Not so far from each other: the sources of the Yangtse, Yellow River and Mekong

Three of Asia’s longest rivers, the Yangtse (6,300 km), Yellow River (5,500 km) and Mekong (4,900 km) all have their source in China’s Qinghai province, at the northern part of the Tibetan plateau.

Seems like a remarkable fact. But rivers that start furthest inland and at this highest plateau don’t have much choice but to become the longest on their way to the sea.

Besides all three come from Yushu prefecture (the administrative unit below provincial level). And two of them, the Yangtse and Mekong, even come from the same county of Zaduo (the administrative unit below prefectural level).

This if you accept the length of a river’s longest tributary as the criterion to determine a river’s source.

Introduction of satellite measurements has made establishment of river lengths more easy and more reliable. It has led to the ‘relocation’ of the source of all three rivers. The Dang Qu turns out to be a longer tributary of the Yangtse than the Tuotuo He so that its source, traditionally at Geladandong west of Yushu, moves to Zaduo county. The Kari Qu turns out to be longer than the Yueguzong Qu, shifting the Yellow River’s source to the territory of Yushu. The disagreement about the Mekong’s source doesn’t matter in this respect: it will remain in Zaduo county, whatever the outcome.

Phuntsok – the road to Qumalai – Phuntsok

Authorities that don’t allow you to travel in their area, terrible weather, impassable roads – you consider all kinds of stumbling blocks and problems. What if at the end of the road no horses or motorbikes are available to continue your trip, what if one of us gets altitude sickness? You have pondered it. But an obstructive driver hasn’t crossed your mind.

This time I have to be plee before Phuntsok (I may have altered his name, then again I may not) is willing to drive to Yushu via Qumalai instead of via Maduo where we have been already.

He complains about the fuel price. Can’t think of a more illogical argument because he will have to get gas anyway and the way to Qumalai is shorter than to Maduo. Besides: I warned him three days ago there may be no gas station here, I offered buying a jerrycan for him. There was no need, he would take care of it, a friend had told him gas was available here. It is, but it has been transported here in drums and comes at double the normal price.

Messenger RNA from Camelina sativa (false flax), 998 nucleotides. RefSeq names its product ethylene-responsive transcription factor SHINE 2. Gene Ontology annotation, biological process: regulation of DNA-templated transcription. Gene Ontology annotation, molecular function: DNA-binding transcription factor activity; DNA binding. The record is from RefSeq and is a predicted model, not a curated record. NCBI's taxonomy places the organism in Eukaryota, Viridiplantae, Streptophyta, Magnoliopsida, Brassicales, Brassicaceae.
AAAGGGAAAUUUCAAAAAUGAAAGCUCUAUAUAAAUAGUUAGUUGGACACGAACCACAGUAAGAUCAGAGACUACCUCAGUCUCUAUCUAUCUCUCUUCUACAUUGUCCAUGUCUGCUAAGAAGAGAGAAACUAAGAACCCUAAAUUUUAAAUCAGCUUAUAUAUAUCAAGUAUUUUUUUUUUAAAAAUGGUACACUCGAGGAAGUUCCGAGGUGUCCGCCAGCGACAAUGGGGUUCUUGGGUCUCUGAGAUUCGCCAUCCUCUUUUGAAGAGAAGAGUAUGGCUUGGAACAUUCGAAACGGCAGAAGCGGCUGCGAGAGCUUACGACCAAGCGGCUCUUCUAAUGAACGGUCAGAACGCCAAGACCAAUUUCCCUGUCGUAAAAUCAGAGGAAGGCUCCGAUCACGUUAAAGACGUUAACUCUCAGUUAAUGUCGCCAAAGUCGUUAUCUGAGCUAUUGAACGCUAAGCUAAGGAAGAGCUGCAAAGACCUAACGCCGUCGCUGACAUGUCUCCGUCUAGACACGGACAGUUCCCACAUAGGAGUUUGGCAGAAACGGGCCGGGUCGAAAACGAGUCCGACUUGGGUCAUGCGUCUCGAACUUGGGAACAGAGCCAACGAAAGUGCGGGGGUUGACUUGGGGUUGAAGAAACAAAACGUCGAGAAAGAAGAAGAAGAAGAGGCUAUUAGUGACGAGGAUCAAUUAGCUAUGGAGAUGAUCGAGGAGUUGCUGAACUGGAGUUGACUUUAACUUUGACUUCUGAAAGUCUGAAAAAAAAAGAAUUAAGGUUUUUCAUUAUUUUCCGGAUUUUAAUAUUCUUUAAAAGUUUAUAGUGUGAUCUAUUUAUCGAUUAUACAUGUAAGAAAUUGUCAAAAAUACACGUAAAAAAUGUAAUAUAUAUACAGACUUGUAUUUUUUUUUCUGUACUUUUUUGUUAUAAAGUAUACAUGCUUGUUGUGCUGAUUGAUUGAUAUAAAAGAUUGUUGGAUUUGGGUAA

He: ‘I don’t know that road.’ Me: ‘Neither do I, that’s why I want to take it.’

It goes on for a bit. Then for once he gives in.

It is empty and beautiful.

We enter the valley of the Kari Qu, so wide that it is a plain. The Kari Qu is a tributary of the Yellow River. The longest even, modern satellite measurements show. That’s why some argue the head of the Kari Qu should be recognized as the source of the Yellow River. Traditionally the start of the Yueguzonglie stream is viewed as such. That is the source we visited, and the one that the road signs (flawed as they are) direct you to.

A mountain pass, 4.840 meters says my GPS. We are on the divide of the Yellow River and the Yangtse basin.

I have traveled thousands of kilometers through the Tibetan regions of Kham and Amdo in the Chinese provinces of Sichuan and Qinghai. But landscapes continue to come up with something new. This time it is black-grey rocks and rubble that rise above the grassland. They remind of past volcanic activity, but there are no other traces of it.

Qumalai. It has been a long day. I want to head to my hotel room. But there is Phuntsok. He wants money. Since day one he complains about his allowance for food and lodging, even though it was agreed on with his boss. His first week isn’t out yet, but I give him another week’s allowance. An attempt to get some goodwill. It will proof fruitless.

The school that failed

The flag has sunk half-mast. So has the basketball board. The school is closed down.